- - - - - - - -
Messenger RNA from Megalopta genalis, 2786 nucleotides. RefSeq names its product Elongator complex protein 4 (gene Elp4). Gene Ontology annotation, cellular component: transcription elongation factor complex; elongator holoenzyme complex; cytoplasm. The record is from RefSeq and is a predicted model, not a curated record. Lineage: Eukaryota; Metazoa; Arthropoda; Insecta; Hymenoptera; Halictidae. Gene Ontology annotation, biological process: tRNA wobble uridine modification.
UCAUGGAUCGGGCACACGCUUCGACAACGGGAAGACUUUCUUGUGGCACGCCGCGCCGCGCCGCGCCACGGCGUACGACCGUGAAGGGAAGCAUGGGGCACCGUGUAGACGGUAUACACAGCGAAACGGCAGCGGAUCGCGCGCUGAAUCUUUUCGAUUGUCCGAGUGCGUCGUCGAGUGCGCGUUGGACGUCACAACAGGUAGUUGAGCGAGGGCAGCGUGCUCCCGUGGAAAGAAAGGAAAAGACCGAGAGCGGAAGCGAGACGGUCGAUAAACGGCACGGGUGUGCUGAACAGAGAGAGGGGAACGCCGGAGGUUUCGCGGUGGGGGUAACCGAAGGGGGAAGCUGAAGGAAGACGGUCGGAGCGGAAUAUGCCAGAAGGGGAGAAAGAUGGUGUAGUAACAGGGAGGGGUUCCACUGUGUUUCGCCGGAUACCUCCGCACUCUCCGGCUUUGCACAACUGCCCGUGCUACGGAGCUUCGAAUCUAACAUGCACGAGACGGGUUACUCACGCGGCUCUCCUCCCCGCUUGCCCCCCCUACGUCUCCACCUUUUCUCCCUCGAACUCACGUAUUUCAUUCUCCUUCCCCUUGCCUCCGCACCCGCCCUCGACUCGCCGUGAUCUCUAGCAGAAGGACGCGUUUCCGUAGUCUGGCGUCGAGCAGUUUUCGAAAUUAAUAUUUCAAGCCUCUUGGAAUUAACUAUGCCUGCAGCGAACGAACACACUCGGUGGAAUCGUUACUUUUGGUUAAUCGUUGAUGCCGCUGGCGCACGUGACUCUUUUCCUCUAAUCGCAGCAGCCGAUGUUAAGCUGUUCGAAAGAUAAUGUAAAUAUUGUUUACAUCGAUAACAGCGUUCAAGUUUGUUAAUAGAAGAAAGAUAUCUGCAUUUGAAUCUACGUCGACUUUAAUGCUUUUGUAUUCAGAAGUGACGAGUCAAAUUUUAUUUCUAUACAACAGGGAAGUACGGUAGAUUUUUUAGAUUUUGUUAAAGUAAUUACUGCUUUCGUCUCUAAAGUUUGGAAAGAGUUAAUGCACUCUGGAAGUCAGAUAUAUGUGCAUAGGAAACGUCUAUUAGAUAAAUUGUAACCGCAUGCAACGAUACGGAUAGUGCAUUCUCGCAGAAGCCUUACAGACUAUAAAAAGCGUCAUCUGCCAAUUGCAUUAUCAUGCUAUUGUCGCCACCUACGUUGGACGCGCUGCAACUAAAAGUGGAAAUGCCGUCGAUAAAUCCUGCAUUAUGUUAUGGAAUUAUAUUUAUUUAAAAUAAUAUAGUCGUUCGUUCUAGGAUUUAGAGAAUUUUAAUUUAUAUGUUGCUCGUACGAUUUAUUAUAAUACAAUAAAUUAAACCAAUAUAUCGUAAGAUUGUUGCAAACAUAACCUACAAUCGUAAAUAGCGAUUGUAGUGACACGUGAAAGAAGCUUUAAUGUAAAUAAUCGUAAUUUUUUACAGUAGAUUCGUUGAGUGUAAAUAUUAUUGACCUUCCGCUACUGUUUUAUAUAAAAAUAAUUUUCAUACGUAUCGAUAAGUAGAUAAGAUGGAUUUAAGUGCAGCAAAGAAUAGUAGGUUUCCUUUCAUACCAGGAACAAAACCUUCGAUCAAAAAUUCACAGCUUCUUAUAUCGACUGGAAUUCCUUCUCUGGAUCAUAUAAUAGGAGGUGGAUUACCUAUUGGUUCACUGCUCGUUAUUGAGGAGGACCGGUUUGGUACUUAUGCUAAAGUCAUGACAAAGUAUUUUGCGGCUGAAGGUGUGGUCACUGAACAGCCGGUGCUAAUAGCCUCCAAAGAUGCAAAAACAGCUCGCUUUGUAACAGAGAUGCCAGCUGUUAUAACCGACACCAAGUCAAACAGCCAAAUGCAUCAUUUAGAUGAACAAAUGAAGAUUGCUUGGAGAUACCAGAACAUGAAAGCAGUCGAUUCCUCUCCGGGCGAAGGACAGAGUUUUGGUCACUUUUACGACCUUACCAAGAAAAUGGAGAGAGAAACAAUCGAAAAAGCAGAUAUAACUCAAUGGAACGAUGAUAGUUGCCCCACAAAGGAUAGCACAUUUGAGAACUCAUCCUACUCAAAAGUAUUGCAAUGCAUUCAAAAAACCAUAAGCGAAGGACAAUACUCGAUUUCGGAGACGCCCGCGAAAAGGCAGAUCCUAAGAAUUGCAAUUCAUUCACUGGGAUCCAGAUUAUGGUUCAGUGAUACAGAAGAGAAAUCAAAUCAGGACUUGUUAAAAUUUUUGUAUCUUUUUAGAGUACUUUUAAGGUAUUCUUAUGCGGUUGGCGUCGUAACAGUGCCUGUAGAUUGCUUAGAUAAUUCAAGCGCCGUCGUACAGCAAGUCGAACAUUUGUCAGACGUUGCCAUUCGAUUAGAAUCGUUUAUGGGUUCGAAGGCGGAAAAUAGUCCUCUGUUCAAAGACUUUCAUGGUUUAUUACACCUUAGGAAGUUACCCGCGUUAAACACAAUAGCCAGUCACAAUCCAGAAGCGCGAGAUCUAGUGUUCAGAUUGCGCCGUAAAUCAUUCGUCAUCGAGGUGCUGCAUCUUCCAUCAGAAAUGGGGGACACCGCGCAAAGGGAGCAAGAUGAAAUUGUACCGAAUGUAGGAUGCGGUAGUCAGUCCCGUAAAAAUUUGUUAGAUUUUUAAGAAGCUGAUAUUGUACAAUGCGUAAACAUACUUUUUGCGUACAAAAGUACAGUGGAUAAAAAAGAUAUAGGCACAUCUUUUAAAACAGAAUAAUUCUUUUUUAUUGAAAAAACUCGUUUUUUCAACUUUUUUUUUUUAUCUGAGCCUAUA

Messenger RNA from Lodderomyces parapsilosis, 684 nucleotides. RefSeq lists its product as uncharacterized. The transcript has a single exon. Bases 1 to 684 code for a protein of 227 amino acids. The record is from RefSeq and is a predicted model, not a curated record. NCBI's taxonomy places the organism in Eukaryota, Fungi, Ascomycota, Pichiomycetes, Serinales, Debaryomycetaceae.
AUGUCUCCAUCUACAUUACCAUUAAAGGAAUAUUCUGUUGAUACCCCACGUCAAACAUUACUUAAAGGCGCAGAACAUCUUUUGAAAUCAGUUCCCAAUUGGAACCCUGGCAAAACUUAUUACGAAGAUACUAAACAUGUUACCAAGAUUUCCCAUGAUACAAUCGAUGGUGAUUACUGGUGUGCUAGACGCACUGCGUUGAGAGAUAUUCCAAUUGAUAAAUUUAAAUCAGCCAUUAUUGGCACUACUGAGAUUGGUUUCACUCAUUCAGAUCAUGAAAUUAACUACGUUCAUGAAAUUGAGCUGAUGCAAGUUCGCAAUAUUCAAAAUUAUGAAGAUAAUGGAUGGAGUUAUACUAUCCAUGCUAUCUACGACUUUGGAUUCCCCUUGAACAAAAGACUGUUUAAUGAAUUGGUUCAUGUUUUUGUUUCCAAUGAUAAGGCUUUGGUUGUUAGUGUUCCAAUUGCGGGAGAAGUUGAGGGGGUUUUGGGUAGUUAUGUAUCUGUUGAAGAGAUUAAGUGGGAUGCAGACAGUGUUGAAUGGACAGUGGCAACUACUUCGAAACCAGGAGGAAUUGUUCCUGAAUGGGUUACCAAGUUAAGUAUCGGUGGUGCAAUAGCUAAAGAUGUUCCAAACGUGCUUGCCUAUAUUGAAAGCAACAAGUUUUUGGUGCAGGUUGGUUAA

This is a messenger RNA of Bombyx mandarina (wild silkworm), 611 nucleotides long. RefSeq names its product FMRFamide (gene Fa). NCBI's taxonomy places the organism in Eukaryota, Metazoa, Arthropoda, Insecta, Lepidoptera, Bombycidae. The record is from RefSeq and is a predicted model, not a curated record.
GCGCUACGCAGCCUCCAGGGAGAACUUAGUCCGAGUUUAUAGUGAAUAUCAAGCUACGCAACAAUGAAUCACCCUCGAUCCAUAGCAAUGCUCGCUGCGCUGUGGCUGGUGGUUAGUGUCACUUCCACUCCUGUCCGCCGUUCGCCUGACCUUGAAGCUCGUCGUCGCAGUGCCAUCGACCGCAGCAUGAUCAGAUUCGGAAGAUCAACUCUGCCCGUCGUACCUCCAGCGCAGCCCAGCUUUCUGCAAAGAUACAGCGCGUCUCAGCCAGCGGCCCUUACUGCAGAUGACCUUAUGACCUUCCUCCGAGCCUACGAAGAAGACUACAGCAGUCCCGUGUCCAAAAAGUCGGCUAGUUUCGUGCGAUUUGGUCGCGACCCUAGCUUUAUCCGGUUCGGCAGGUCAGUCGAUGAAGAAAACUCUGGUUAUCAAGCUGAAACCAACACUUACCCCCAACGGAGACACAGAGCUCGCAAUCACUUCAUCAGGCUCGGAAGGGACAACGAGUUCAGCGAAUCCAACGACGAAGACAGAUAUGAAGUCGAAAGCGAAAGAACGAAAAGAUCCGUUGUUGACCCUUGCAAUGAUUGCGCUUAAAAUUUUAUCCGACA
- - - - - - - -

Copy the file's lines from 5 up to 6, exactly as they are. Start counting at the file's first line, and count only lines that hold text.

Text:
This is a messenger RNA of Bombyx mandarina (wild silkworm), 611 nucleotides long. RefSeq names its product FMRFamide (gene Fa). NCBI's taxonomy places the organism in Eukaryota, Metazoa, Arthropoda, Insecta, Lepidoptera, Bombycidae. The record is from RefSeq and is a predicted model, not a curated record.
GCGCUACGCAGCCUCCAGGGAGAACUUAGUCCGAGUUUAUAGUGAAUAUCAAGCUACGCAACAAUGAAUCACCCUCGAUCCAUAGCAAUGCUCGCUGCGCUGUGGCUGGUGGUUAGUGUCACUUCCACUCCUGUCCGCCGUUCGCCUGACCUUGAAGCUCGUCGUCGCAGUGCCAUCGACCGCAGCAUGAUCAGAUUCGGAAGAUCAACUCUGCCCGUCGUACCUCCAGCGCAGCCCAGCUUUCUGCAAAGAUACAGCGCGUCUCAGCCAGCGGCCCUUACUGCAGAUGACCUUAUGACCUUCCUCCGAGCCUACGAAGAAGACUACAGCAGUCCCGUGUCCAAAAAGUCGGCUAGUUUCGUGCGAUUUGGUCGCGACCCUAGCUUUAUCCGGUUCGGCAGGUCAGUCGAUGAAGAAAACUCUGGUUAUCAAGCUGAAACCAACACUUACCCCCAACGGAGACACAGAGCUCGCAAUCACUUCAUCAGGCUCGGAAGGGACAACGAGUUCAGCGAAUCCAACGACGAAGACAGAUAUGAAGUCGAAAGCGAAAGAACGAAAAGAUCCGUUGUUGACCCUUGCAAUGAUUGCGCUUAAAAUUUUAUCCGACA